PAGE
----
Cambrian raises $10M for DNA printing tech used by GSK

Proponents of DNA printing have heralded it as a way to do everything from bringing alien life back from Mars to delivering vaccines in the event of a pandemic. And the technology has attracted GlaxoSmithKline ($GSK) and Roche ($RHHBY), both of which have taken an interest in Cambrian Genomics.

San Francisco, CA-based Cambrian is best known as the company behind the glowing plants that got banned from Kickstarter--and made headlines this week for a probiotic to prevent vaginal yeast infections--but its technology has also attracted Big Pharma. GlaxoSmithKline is already working with the startup and Roche is considering entering into a similar relationship, VentureBeat reports. The DNA printing technology has applications in small molecule production and screening.

Cambrian CEO Austen Heinz

"We're helping them make drugs. DNA can be used for every part of the process," Cambrian CEO Austen Heinz said. The interest of the likes of GSK and Roche helped Cambrian raise almost $10 million this week from 127 investors, including big names in tech such as the founders of Cloudera and Yammer. Cambrian is yet to disclose how it will spend the money, which represents a major step up in its financial clout. "[We'll] print more DNA," Heinz said.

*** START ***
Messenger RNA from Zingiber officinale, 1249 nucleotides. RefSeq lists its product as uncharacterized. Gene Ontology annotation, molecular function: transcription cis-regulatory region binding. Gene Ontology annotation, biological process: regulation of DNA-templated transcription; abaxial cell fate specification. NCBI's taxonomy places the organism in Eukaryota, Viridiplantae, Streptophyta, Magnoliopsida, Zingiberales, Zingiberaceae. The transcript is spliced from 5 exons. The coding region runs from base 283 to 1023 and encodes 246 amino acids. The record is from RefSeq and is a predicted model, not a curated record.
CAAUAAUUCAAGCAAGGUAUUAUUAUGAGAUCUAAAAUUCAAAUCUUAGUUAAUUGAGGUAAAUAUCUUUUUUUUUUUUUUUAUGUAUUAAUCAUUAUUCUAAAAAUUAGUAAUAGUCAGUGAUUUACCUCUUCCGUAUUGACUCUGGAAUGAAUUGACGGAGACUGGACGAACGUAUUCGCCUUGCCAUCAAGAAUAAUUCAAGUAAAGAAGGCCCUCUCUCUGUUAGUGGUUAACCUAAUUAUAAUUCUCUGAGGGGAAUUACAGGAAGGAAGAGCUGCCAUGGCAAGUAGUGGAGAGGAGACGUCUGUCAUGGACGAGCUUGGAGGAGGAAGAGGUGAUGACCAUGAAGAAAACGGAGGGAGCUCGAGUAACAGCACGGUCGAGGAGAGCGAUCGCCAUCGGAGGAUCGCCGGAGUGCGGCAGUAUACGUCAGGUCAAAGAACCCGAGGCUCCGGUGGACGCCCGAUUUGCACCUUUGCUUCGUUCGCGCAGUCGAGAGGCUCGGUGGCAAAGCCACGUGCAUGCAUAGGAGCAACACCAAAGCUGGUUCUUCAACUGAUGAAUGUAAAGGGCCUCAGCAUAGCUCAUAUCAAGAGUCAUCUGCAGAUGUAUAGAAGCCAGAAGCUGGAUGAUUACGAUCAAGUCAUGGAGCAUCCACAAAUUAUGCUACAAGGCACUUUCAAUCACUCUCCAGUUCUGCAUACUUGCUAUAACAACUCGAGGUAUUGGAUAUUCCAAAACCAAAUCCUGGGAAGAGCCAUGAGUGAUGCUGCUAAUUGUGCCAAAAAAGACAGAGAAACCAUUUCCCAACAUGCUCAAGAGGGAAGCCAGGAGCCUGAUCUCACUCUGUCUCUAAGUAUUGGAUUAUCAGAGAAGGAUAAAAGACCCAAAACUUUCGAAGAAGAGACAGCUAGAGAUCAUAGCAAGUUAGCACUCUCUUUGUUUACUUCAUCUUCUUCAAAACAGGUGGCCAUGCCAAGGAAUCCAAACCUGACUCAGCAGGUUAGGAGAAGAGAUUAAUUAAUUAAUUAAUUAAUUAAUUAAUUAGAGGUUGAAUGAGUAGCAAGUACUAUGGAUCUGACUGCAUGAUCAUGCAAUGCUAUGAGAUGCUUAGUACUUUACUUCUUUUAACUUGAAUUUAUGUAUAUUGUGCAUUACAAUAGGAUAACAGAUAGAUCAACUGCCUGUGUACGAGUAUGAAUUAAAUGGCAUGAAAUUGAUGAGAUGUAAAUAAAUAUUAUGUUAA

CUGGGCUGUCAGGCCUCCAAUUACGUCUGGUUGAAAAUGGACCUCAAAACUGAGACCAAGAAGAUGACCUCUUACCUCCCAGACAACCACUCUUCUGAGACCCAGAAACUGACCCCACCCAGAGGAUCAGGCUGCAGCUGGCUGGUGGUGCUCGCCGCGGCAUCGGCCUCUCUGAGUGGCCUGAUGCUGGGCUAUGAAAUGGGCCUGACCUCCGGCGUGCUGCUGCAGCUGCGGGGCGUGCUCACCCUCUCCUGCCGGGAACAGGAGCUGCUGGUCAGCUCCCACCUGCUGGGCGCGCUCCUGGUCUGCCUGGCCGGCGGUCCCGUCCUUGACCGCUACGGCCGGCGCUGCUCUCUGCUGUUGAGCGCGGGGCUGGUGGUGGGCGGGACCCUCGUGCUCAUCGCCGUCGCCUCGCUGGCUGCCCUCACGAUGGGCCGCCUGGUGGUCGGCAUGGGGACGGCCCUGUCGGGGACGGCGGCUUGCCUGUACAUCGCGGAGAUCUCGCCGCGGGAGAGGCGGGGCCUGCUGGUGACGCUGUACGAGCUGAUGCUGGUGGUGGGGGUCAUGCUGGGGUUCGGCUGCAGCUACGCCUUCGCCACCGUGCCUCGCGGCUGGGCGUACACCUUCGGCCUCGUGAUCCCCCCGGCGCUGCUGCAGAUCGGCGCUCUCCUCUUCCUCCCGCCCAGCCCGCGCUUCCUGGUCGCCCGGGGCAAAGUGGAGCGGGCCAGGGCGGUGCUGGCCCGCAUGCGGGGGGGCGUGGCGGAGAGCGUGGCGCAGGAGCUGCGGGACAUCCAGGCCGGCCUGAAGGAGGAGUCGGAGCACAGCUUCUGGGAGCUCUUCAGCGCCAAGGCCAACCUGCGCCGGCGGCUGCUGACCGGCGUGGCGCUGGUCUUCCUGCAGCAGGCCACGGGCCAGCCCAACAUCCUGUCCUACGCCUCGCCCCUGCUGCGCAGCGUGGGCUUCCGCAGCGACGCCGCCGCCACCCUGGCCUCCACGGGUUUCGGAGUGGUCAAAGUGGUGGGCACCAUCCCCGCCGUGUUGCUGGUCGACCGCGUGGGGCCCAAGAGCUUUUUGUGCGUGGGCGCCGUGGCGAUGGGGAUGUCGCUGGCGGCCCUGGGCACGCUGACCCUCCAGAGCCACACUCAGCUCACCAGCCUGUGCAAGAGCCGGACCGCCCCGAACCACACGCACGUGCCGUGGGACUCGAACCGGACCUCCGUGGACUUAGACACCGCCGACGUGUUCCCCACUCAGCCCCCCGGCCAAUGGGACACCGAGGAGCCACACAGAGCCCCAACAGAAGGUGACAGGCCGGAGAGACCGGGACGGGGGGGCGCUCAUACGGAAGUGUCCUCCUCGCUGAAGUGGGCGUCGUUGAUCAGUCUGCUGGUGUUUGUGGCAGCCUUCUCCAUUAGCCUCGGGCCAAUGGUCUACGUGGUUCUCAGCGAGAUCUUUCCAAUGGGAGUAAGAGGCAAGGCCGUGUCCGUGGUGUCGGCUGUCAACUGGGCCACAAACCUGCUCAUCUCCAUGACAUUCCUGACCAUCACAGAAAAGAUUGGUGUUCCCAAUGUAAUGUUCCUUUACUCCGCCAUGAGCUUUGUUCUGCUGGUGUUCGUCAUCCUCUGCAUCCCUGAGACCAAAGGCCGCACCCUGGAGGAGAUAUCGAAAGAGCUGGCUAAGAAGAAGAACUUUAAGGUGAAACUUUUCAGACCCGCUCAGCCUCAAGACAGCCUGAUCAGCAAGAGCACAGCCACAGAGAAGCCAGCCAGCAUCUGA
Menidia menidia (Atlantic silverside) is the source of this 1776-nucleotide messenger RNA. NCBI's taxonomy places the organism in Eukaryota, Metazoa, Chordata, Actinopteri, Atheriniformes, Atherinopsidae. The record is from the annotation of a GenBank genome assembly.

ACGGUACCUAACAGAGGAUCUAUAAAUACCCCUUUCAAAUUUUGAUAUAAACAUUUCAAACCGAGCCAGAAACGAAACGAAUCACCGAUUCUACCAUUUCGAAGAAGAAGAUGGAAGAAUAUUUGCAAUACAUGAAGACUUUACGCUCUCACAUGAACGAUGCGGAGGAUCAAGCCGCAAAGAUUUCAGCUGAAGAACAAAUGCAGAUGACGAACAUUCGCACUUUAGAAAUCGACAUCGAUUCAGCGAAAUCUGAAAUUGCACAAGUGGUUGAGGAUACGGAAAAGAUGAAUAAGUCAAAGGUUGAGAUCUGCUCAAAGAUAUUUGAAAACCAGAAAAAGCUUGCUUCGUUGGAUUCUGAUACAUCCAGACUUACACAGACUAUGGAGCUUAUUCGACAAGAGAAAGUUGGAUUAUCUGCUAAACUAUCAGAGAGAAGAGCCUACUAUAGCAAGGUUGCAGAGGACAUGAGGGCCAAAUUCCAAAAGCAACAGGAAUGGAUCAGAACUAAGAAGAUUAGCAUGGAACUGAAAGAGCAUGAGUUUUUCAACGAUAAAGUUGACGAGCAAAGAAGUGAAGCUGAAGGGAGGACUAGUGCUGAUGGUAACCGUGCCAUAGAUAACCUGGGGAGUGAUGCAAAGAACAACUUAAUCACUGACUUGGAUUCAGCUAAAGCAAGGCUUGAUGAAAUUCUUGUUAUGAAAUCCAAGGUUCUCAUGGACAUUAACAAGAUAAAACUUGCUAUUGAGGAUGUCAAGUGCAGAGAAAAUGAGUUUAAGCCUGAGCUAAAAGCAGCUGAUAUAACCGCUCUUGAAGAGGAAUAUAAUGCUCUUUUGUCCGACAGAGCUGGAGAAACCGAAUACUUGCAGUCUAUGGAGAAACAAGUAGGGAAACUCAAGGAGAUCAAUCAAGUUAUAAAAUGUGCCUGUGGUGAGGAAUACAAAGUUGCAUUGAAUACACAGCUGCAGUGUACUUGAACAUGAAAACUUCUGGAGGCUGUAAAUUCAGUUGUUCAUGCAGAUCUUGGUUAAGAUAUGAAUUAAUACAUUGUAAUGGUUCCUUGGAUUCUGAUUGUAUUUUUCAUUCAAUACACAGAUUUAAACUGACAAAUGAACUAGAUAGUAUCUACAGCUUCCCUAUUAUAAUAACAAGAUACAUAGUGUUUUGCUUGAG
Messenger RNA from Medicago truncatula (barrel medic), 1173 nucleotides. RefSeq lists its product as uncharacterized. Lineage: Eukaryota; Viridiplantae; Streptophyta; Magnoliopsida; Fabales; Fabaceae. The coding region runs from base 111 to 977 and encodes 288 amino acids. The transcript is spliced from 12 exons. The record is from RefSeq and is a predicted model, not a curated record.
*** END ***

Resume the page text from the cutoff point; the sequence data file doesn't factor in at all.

Big Pharma hookups are just one way Cambrian plans to use its technology. The firm has also created an incubator to support startups that want to build products based on DNA printing, such as the probiotic to prevent vaginal yeast infections. Cambrian is providing the startups with equipment and workspace. If the startups succeed, Cambrian will benefit from the expansion of the DNA printing market and could also make money by investing in the companies it hosts.

- read the VentureBeat article

Suggested Articles

The new solution aims to streamline the incorporation of human genomic data into clinical trial designs.

TriNetX's platform uses EHR data to help drug developers with clinical trial protocol design and study site and participant identification.

Eric Perakslis' experience with Takeda will help facilitate a new collaboration between the two companies.